He was down to OR87 when 2nd at Kempton last Wednesday and probably fits
around that level. The other is Watergate who runs in the Newbury
nursery. As with Lahaleeb it's baffling to look at his form because it
just isn't worth OR90 and a lot has been added for the ease of his last
win. He hasn't run in a high class race so OR90 is mild victimisation.
However, he's trained by Mark Prescott who is in the middle of a period
of racking up sequences of wins with various horses that got into the OR
ratings with figures that were much too low so perhaps a bit of retaliation
was the point with Watergate.
The previous items in the list mean that from around OR74 down you have
a lot a over-rated horses who are not competitive off their OR mark and
will be starting the process of slipping down the handicap. The upper barrier
around OR85-88 limits how high horses who have demonstrated real ability
can be shunted up to and keeps them too close to those at OR74 and below.
And so, topweights can compete somewhat better than the average overall
because they are often a different type of horse and not properly separated
from the lesser ones.
At Chester the Nursery has 10 runners and the spread in ratings
is from Aahaygirl on OR81 down to Lunar Romance who runs
off OR58 although has a real rating of OR51 but has to be promoted up to
the bottom weight of 7-12 (i.e. 'Out of the Handicap' by 7lbs = OH7 and
the trainer has applied a 7lb apprentice to try to off-set that). The other
horses rated above the moderate cut-off of OR70 are Red Baron Dancer (claimed
out of a seller on debut and a clear winner of an auction race at this
course since), Alphabeth (seller winner and won a nursery off OR61 and
her OR is on the way back down) and Hawkspur (placed at 25/1 in amoderate
Windsor maiden and failed next time). The only other winner is River Dee
on OR67 for a clear seller win at Yarmouth (where else) and being bought
in for 15,000gns which would hint to the handicapper this was better than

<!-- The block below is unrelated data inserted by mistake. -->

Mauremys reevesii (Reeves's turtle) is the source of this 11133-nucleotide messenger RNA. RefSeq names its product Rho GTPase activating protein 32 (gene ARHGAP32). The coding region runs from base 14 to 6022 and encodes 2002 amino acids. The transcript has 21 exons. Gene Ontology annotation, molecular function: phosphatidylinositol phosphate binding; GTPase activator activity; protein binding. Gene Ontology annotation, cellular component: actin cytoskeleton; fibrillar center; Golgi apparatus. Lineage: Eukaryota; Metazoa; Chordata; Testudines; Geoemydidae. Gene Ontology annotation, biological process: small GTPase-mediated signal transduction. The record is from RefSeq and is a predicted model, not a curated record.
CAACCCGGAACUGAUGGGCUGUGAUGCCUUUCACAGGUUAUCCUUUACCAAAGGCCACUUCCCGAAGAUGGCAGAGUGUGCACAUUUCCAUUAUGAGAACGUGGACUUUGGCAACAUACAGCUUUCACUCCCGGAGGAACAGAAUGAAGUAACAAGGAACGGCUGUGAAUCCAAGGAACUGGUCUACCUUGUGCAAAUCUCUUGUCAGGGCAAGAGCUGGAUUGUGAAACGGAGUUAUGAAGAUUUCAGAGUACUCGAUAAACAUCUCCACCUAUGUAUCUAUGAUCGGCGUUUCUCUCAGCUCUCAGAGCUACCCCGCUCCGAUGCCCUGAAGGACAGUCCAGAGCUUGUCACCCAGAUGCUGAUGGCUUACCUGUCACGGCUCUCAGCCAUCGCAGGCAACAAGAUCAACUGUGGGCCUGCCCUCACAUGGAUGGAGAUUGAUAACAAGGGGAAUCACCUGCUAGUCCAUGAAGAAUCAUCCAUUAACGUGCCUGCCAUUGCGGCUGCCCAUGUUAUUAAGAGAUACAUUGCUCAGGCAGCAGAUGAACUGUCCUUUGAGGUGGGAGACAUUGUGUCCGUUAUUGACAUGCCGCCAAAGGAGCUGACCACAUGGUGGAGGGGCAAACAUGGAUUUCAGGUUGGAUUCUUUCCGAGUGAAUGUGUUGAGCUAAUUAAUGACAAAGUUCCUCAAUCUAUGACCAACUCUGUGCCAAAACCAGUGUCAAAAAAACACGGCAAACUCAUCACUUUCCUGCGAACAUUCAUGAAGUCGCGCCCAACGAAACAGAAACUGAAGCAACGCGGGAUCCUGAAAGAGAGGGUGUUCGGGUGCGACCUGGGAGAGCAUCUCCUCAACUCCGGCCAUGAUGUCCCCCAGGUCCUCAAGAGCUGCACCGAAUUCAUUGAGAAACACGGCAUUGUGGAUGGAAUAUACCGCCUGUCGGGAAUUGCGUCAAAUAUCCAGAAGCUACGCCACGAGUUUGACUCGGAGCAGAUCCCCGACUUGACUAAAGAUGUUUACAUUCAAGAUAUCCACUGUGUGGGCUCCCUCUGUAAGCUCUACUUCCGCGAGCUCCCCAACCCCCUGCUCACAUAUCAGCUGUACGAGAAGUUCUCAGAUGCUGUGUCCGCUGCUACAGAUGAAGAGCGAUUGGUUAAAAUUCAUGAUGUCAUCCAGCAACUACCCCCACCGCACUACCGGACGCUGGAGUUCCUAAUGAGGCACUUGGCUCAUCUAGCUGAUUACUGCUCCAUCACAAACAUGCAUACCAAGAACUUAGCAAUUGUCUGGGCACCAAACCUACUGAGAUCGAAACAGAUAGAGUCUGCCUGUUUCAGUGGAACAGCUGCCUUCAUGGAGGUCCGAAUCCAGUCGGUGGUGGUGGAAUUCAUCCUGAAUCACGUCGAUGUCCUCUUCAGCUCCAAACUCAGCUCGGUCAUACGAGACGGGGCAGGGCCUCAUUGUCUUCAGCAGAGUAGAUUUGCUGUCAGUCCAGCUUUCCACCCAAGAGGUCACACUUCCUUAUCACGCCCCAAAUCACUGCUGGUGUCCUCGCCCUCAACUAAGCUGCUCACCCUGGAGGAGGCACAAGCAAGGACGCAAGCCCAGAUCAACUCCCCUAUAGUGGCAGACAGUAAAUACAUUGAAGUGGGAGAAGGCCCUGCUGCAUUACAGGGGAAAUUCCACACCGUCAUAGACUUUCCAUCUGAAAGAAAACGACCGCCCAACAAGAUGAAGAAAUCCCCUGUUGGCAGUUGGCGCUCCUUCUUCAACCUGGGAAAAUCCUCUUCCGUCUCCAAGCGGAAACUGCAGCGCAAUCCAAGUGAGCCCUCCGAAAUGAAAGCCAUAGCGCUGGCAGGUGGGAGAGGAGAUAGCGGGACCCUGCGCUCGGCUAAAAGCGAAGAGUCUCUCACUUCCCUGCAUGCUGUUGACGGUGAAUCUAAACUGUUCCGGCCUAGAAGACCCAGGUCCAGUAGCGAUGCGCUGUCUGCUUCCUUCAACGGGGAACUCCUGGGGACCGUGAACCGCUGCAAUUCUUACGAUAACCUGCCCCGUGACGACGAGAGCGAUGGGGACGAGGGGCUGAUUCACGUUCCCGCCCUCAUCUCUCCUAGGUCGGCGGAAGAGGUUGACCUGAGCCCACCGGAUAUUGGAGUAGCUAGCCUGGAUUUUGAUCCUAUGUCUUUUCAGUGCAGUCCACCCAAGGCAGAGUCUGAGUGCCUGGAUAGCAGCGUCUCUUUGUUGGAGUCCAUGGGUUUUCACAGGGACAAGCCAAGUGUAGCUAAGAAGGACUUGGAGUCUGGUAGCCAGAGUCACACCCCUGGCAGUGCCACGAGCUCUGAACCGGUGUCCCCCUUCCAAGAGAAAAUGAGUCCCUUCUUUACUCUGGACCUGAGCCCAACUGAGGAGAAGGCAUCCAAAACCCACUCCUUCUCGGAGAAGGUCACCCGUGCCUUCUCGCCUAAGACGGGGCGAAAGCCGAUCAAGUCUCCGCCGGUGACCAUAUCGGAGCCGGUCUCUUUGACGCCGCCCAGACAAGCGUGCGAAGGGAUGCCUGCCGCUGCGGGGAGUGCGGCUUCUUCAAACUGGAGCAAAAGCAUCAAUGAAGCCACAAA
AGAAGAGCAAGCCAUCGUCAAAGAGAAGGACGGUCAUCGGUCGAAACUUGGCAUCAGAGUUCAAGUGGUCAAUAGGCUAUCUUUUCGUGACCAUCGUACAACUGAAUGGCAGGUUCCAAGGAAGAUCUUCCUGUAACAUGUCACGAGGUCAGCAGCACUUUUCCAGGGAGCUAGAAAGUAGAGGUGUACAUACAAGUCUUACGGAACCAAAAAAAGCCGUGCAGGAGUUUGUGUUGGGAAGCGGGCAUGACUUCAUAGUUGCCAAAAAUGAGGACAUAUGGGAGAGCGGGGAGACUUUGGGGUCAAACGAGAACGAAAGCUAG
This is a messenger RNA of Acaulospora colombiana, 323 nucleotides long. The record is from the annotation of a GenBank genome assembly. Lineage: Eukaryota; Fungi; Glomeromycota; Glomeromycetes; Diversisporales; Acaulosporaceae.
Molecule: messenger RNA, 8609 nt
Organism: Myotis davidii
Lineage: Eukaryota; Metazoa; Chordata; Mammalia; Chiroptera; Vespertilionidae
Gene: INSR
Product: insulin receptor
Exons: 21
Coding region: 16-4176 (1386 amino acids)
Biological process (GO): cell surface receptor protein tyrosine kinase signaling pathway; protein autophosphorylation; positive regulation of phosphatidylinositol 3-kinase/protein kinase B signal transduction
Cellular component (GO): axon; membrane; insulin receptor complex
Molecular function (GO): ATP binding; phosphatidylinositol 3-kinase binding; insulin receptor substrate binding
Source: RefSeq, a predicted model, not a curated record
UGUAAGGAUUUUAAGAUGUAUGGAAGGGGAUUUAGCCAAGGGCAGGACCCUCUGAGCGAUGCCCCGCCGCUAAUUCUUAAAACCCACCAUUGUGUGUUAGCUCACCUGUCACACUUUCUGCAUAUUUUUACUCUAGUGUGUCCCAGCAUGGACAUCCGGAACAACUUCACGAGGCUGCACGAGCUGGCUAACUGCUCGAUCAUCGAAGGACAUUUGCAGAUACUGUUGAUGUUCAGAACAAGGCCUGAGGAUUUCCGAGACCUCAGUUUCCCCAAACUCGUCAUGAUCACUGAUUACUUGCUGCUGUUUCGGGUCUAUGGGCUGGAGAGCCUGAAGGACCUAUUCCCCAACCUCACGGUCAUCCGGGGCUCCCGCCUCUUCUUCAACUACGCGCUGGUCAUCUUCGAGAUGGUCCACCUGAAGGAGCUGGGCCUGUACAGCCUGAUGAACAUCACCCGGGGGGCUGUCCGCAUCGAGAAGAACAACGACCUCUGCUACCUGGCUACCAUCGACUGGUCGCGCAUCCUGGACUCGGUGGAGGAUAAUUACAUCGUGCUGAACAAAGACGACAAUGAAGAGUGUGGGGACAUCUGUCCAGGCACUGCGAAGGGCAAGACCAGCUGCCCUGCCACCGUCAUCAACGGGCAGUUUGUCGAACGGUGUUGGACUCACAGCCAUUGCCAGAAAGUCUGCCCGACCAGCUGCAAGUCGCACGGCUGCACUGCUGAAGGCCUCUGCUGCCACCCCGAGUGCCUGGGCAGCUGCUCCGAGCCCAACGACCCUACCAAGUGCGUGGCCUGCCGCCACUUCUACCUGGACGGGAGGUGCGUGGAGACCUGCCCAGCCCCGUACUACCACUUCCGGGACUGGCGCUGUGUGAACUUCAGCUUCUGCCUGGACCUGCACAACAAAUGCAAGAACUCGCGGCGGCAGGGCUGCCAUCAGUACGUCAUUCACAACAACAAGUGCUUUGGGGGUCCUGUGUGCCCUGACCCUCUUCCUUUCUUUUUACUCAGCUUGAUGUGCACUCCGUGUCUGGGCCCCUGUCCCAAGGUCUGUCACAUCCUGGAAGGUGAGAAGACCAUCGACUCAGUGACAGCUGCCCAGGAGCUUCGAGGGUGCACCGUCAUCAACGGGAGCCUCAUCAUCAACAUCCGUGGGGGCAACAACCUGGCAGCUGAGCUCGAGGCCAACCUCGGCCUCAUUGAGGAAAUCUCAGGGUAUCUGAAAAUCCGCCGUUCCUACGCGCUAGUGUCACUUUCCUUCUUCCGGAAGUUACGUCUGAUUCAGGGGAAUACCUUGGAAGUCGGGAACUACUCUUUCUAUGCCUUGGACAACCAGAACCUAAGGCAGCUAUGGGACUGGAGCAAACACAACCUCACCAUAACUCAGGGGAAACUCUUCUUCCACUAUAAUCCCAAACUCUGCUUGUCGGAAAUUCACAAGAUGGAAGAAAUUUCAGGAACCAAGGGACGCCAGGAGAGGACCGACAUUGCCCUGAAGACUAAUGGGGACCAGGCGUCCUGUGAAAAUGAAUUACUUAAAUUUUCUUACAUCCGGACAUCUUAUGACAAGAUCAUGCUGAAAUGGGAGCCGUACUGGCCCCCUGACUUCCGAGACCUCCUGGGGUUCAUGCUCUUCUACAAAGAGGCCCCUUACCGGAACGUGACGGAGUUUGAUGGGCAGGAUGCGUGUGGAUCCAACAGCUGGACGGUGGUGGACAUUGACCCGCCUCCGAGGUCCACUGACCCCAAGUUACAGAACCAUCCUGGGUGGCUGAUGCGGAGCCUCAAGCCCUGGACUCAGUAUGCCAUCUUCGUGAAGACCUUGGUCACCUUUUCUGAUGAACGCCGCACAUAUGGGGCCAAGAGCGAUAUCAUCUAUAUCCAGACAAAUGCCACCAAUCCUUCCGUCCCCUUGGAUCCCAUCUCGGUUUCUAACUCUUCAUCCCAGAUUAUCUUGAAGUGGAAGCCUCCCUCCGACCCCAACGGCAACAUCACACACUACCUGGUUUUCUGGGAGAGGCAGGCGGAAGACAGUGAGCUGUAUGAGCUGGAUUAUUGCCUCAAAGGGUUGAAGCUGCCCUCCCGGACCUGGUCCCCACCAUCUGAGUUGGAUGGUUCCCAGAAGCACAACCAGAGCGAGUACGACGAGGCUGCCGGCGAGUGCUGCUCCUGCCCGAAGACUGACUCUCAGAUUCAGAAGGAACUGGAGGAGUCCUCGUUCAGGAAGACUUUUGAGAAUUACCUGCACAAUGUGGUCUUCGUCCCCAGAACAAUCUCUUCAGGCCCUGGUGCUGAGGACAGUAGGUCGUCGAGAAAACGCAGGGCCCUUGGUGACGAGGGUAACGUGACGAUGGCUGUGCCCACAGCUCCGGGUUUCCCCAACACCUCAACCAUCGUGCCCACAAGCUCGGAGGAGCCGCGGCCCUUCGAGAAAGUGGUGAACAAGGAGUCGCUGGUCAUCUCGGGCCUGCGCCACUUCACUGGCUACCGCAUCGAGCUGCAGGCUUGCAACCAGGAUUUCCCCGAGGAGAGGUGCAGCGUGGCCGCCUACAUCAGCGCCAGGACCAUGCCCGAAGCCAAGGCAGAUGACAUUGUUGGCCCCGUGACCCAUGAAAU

the ordinary seller win.
If you look at the Virtual Paddock for the race the three horses show a
spread across the range of ORs. Aahaygirl is at least medium height
and solidly built and the most powerful in the group. Although strong she
isn't that neatly put together and not the most fluent of movers in the
walk. After a solid debut she has been tried in higher class races and
followed a 4th in the Listed Hilary Needler (note that the 4th is getting
81 to make the point about Listed race class) with an eased run at Royal
Ascot. If she had run midfield at Ascot whe would have been at OR86 or
higher so OR81 might be usable if she can shift herself athletically enough
and has recovered from whatever got to her at Ascot.
At the other end of the range we have Kingswinford who is on OR68
and down from OR71 as his decline starts. He's a colt but he's just plain
smaller, in any dimension, than Aahaygirl and that relative lack of power
is why he's on 68 to her 81. He was wound up for early season by David
Evans, probably the master of that approach currently, and couldn't win
even at his 'peak'. He doesn't have the scope to develop physically so
his OR number and story is visible.
In between we have Hawkspur who is small but much more strongly
built than Kingswinford. On physical type his OR71 looks usable and he's
the type who sits well in the OR72-5 range and has some scope to strengthen
up. The picture shows him at Sandown when he looked in terrific condition